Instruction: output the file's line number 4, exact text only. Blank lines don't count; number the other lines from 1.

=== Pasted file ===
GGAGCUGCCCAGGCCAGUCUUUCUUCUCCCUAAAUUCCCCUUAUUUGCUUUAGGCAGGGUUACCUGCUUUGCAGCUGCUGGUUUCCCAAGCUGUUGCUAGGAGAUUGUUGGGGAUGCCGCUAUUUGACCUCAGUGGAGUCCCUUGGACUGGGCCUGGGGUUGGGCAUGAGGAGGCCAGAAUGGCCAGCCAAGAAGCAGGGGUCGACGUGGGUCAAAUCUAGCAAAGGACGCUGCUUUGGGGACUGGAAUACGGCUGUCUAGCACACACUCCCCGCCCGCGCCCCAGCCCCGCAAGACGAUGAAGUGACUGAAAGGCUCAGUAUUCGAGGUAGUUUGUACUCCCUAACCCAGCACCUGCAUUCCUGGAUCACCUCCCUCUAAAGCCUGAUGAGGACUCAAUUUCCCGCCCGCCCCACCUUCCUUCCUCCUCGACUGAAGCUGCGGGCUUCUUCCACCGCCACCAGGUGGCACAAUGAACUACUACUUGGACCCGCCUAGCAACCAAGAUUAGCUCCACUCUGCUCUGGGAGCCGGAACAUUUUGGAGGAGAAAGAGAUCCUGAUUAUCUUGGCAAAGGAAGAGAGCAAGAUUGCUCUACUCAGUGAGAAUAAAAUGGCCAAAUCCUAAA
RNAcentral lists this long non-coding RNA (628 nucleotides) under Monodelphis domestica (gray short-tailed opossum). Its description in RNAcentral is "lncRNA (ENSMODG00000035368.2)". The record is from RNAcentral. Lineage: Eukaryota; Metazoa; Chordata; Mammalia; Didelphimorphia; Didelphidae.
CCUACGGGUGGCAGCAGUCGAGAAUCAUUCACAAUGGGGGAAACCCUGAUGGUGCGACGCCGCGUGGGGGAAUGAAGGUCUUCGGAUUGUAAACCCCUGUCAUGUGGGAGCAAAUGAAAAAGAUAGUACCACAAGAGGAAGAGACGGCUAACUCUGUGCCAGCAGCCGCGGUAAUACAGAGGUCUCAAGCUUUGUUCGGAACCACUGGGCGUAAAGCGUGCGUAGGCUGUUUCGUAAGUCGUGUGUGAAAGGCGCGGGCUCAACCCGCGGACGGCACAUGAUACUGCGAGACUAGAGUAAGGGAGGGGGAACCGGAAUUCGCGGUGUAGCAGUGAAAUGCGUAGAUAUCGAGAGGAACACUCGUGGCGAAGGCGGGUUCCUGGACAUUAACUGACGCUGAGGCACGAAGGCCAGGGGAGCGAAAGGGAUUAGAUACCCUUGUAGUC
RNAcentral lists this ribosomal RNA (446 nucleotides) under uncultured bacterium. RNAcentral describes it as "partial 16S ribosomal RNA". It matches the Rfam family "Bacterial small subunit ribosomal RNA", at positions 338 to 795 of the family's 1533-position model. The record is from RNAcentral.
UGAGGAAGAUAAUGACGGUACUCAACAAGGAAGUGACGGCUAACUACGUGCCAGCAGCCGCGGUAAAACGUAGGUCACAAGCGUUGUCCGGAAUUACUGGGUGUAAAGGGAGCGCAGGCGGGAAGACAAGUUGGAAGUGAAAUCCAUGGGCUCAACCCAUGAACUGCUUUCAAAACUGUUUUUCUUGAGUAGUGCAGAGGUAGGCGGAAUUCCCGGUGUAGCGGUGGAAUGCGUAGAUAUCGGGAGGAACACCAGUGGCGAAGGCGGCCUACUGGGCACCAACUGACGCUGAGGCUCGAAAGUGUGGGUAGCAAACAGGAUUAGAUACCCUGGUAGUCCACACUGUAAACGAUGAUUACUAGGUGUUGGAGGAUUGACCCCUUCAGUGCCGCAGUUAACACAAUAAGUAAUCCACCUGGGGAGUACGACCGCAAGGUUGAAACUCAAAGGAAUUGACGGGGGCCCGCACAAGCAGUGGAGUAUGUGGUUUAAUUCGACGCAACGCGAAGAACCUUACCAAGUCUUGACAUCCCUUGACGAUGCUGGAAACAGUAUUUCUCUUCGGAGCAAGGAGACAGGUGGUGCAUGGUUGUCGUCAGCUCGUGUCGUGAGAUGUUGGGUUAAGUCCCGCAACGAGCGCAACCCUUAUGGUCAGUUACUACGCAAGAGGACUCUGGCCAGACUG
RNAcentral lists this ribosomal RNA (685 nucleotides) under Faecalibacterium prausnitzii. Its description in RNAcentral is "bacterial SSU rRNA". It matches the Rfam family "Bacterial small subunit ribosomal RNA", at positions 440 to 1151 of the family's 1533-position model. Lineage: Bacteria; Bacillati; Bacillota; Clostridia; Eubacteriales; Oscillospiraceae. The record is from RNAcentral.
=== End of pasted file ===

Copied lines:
RNAcentral lists this ribosomal RNA (446 nucleotides) under uncultured bacterium. RNAcentral describes it as "partial 16S ribosomal RNA". It matches the Rfam family "Bacterial small subunit ribosomal RNA", at positions 338 to 795 of the family's 1533-position model. The record is from RNAcentral.